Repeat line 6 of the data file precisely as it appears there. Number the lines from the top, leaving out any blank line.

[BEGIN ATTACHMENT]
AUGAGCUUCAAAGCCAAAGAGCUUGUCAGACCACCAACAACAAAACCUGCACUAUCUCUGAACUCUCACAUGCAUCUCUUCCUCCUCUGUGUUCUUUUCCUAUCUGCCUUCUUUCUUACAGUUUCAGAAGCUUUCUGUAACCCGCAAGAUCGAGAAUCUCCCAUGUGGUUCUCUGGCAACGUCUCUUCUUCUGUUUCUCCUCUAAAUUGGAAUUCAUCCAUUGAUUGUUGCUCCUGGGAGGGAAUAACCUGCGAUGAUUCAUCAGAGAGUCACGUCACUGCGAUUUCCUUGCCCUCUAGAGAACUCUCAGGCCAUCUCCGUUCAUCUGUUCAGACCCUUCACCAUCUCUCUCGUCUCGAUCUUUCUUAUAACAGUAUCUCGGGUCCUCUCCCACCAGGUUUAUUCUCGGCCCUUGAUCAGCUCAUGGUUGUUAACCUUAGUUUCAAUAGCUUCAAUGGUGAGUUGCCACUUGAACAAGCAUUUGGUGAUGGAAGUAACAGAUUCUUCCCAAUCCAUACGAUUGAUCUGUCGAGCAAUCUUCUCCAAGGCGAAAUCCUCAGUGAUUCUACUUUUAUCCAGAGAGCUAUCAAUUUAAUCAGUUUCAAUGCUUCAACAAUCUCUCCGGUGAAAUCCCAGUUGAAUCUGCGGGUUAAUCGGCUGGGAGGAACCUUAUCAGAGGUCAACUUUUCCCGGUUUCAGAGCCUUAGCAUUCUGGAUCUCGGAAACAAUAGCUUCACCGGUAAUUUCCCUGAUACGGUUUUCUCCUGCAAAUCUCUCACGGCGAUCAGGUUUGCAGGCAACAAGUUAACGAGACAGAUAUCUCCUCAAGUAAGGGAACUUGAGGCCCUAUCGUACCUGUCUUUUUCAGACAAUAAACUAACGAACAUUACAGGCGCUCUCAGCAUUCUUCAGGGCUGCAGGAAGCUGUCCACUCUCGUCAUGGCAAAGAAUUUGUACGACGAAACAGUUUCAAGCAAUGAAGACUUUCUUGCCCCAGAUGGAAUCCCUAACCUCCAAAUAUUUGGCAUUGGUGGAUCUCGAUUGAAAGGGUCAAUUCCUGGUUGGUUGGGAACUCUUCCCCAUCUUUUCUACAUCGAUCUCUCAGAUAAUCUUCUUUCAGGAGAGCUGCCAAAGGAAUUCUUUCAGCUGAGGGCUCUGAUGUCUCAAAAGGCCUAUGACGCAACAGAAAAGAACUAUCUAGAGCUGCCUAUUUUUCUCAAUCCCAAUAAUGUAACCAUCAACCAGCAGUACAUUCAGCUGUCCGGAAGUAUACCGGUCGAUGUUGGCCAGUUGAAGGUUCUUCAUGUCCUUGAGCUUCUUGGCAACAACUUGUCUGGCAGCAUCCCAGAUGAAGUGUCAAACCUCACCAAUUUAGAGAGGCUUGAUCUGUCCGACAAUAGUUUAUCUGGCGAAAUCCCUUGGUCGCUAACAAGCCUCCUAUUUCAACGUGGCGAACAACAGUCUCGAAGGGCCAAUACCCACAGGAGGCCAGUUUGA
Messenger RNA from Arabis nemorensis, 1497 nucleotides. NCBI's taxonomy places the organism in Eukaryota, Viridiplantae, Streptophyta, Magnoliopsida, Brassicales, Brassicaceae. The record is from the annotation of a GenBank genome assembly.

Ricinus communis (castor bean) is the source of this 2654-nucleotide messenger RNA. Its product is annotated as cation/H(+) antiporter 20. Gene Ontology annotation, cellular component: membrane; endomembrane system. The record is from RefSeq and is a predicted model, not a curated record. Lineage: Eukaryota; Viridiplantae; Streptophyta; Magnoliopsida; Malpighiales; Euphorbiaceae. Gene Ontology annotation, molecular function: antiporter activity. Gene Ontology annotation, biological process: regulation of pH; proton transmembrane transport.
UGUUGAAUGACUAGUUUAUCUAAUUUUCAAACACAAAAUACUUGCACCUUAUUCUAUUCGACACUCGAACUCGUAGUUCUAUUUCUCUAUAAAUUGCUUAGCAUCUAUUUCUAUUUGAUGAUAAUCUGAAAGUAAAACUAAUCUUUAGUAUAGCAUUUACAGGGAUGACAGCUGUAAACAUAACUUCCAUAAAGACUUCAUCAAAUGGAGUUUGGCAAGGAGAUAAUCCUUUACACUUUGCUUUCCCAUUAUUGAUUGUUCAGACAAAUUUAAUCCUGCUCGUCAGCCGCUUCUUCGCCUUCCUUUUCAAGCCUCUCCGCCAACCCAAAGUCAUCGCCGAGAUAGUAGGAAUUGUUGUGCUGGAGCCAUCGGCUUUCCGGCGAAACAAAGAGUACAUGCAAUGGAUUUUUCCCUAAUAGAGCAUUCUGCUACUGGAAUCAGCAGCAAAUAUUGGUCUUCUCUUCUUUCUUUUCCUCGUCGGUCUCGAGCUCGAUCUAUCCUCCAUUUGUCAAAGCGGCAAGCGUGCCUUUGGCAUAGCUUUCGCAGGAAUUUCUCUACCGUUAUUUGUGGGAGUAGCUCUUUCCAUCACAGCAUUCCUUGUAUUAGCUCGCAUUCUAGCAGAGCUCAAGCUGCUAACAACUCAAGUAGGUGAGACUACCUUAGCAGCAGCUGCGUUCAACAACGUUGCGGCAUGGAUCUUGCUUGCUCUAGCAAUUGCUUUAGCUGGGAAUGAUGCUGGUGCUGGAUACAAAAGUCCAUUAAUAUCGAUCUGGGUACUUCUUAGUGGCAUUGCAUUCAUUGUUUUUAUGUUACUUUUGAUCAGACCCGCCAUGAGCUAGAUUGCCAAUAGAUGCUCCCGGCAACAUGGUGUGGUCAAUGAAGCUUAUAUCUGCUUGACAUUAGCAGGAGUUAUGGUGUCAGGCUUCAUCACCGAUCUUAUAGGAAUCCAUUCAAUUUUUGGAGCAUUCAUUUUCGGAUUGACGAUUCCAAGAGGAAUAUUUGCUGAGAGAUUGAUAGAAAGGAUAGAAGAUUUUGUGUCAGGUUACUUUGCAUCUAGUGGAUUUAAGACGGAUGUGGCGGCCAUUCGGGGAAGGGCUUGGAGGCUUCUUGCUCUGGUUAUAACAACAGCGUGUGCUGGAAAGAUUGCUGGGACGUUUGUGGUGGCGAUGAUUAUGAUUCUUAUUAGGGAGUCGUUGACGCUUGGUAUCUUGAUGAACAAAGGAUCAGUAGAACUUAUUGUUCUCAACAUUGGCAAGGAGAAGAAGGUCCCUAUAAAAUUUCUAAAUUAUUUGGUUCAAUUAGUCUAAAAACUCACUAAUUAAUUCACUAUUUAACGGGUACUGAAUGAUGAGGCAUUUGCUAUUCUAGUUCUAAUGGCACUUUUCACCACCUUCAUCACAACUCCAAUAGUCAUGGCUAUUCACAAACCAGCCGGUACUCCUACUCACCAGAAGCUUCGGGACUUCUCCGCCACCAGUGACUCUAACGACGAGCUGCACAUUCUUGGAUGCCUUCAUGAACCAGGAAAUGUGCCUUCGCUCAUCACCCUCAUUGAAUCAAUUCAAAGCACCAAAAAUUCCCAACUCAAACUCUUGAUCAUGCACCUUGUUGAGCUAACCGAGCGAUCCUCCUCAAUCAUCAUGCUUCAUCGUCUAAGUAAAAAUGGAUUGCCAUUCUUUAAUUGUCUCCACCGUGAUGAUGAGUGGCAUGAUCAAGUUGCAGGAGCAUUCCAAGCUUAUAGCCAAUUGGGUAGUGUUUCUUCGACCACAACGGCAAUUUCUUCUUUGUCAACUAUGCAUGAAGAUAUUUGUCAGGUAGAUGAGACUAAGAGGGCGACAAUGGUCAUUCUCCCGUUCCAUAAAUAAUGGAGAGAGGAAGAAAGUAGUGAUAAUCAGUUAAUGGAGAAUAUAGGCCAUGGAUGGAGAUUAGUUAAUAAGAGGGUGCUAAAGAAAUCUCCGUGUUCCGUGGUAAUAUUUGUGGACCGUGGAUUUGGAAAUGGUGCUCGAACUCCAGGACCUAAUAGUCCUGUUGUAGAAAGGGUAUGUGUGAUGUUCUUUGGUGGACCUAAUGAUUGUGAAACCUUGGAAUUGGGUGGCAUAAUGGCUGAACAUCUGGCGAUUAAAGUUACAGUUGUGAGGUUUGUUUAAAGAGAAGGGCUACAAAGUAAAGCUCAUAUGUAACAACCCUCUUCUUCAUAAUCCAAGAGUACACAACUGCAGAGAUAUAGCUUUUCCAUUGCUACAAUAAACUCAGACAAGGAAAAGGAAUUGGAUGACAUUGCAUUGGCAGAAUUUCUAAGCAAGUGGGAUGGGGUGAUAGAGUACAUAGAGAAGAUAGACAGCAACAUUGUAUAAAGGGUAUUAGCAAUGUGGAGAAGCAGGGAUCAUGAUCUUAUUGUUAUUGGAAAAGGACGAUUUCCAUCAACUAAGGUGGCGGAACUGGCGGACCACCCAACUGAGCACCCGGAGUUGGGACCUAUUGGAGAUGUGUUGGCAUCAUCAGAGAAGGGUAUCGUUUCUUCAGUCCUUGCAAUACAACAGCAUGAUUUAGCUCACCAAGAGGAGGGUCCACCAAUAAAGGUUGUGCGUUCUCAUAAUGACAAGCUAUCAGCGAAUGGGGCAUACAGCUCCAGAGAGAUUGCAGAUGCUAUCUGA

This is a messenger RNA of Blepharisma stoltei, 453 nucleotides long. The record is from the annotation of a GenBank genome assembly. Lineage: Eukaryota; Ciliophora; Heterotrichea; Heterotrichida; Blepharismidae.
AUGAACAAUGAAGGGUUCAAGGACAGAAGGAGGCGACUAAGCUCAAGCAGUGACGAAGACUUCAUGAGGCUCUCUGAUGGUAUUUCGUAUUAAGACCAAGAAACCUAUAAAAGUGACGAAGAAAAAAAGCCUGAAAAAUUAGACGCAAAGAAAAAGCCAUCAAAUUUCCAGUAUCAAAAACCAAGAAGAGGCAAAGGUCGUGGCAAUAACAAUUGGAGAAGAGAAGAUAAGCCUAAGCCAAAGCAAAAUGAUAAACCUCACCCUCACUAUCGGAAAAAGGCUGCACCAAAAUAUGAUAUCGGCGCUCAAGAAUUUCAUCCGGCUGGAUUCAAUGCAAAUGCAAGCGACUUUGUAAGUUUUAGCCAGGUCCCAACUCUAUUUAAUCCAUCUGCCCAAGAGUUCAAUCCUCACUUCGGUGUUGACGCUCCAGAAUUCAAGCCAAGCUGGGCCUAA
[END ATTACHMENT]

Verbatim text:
AUGAACAAUGAAGGGUUCAAGGACAGAAGGAGGCGACUAAGCUCAAGCAGUGACGAAGACUUCAUGAGGCUCUCUGAUGGUAUUUCGUAUUAAGACCAAGAAACCUAUAAAAGUGACGAAGAAAAAAAGCCUGAAAAAUUAGACGCAAAGAAAAAGCCAUCAAAUUUCCAGUAUCAAAAACCAAGAAGAGGCAAAGGUCGUGGCAAUAACAAUUGGAGAAGAGAAGAUAAGCCUAAGCCAAAGCAAAAUGAUAAACCUCACCCUCACUAUCGGAAAAAGGCUGCACCAAAAUAUGAUAUCGGCGCUCAAGAAUUUCAUCCGGCUGGAUUCAAUGCAAAUGCAAGCGACUUUGUAAGUUUUAGCCAGGUCCCAACUCUAUUUAAUCCAUCUGCCCAAGAGUUCAAUCCUCACUUCGGUGUUGACGCUCCAGAAUUCAAGCCAAGCUGGGCCUAA